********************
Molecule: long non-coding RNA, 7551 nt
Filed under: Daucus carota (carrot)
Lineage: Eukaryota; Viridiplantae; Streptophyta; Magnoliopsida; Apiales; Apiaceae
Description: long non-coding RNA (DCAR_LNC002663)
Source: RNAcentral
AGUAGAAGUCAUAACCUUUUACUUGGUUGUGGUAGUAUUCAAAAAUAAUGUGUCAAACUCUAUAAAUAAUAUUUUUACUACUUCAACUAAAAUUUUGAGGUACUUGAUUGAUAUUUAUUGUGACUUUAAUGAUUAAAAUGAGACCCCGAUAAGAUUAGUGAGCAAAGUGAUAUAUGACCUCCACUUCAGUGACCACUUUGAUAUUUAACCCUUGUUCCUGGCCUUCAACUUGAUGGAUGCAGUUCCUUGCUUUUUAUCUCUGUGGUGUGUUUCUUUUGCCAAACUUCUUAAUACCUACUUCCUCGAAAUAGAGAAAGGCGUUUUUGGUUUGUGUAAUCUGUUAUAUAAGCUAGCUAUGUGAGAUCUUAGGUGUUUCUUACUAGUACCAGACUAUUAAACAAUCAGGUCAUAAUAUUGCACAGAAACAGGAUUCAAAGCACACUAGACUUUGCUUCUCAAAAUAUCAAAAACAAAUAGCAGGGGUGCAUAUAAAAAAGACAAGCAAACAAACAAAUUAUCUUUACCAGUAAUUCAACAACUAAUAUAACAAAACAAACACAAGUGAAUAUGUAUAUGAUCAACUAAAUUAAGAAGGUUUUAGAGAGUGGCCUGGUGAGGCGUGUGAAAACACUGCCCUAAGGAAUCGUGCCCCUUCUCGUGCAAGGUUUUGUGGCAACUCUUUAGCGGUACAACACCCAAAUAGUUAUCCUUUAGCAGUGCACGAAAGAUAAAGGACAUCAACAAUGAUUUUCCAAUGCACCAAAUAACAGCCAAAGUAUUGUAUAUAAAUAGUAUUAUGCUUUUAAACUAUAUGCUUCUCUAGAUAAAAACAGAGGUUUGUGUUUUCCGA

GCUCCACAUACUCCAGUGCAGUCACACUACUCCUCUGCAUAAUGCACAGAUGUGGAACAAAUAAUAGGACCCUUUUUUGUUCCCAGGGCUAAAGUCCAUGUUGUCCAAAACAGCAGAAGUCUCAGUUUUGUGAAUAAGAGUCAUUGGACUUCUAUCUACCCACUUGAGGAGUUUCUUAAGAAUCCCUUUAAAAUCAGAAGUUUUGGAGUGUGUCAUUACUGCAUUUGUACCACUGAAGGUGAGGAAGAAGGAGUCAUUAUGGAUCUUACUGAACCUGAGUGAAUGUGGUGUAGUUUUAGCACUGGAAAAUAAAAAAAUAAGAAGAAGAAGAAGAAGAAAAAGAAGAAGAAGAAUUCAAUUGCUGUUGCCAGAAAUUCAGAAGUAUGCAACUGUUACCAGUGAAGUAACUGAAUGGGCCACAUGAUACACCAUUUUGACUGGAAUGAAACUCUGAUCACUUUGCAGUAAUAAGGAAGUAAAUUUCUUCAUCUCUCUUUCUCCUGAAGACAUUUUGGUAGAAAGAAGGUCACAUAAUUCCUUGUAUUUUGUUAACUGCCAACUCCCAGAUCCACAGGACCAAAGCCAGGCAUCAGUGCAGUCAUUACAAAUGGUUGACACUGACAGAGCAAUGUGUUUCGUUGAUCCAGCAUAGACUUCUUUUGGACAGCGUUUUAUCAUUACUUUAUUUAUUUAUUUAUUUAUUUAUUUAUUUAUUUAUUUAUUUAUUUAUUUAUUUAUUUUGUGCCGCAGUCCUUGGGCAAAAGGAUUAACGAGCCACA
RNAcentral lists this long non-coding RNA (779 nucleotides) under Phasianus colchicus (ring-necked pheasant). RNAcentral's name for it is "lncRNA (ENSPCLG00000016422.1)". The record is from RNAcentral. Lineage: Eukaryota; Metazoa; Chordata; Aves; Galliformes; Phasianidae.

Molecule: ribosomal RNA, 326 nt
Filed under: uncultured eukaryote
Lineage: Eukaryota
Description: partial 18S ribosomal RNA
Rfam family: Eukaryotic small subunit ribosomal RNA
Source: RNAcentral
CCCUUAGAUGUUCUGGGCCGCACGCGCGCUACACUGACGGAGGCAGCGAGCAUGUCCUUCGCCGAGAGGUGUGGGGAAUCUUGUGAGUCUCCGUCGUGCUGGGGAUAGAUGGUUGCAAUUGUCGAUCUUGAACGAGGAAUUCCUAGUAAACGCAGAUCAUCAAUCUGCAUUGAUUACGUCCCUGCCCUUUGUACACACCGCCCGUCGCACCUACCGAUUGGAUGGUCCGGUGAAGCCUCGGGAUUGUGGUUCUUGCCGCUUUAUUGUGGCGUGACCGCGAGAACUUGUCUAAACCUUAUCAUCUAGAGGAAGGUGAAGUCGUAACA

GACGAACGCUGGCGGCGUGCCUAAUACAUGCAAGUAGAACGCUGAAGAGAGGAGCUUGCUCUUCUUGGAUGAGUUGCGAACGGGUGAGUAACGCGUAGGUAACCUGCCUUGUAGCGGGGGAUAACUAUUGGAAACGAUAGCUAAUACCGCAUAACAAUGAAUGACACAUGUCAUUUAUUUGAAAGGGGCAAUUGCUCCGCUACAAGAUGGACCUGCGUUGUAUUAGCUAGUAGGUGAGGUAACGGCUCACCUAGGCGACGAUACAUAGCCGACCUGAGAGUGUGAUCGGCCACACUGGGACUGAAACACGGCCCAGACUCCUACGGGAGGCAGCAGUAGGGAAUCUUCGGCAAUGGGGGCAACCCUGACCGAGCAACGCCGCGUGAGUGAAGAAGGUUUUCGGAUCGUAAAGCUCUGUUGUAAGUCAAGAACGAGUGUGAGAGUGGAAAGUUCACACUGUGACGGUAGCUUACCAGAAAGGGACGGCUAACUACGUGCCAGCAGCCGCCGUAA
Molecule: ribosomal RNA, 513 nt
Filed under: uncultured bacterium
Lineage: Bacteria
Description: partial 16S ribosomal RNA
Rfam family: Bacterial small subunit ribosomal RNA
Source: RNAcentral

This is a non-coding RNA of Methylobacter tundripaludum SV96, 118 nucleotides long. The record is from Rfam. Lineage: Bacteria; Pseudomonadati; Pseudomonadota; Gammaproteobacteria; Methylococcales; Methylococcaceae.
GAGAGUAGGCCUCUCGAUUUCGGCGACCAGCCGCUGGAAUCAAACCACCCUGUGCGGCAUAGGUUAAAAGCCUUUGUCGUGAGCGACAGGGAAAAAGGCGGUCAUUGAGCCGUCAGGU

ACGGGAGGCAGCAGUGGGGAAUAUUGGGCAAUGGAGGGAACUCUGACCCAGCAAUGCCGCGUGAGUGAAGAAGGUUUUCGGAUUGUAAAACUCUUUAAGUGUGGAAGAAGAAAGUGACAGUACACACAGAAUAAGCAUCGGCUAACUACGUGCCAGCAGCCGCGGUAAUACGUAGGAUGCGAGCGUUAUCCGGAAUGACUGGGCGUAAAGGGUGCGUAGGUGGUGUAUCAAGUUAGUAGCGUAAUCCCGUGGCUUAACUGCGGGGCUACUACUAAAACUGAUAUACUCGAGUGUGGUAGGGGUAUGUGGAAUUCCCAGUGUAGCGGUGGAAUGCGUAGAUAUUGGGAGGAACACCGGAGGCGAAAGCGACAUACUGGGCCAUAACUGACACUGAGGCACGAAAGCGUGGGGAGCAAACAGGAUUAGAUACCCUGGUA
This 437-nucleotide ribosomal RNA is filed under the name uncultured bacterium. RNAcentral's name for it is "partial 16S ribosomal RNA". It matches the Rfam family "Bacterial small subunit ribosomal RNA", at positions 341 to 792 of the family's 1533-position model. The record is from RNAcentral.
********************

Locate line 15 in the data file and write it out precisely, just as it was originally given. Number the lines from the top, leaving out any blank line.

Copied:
CCCUUAGAUGUUCUGGGCCGCACGCGCGCUACACUGACGGAGGCAGCGAGCAUGUCCUUCGCCGAGAGGUGUGGGGAAUCUUGUGAGUCUCCGUCGUGCUGGGGAUAGAUGGUUGCAAUUGUCGAUCUUGAACGAGGAAUUCCUAGUAAACGCAGAUCAUCAAUCUGCAUUGAUUACGUCCCUGCCCUUUGUACACACCGCCCGUCGCACCUACCGAUUGGAUGGUCCGGUGAAGCCUCGGGAUUGUGGUUCUUGCCGCUUUAUUGUGGCGUGACCGCGAGAACUUGUCUAAACCUUAUCAUCUAGAGGAAGGUGAAGUCGUAACA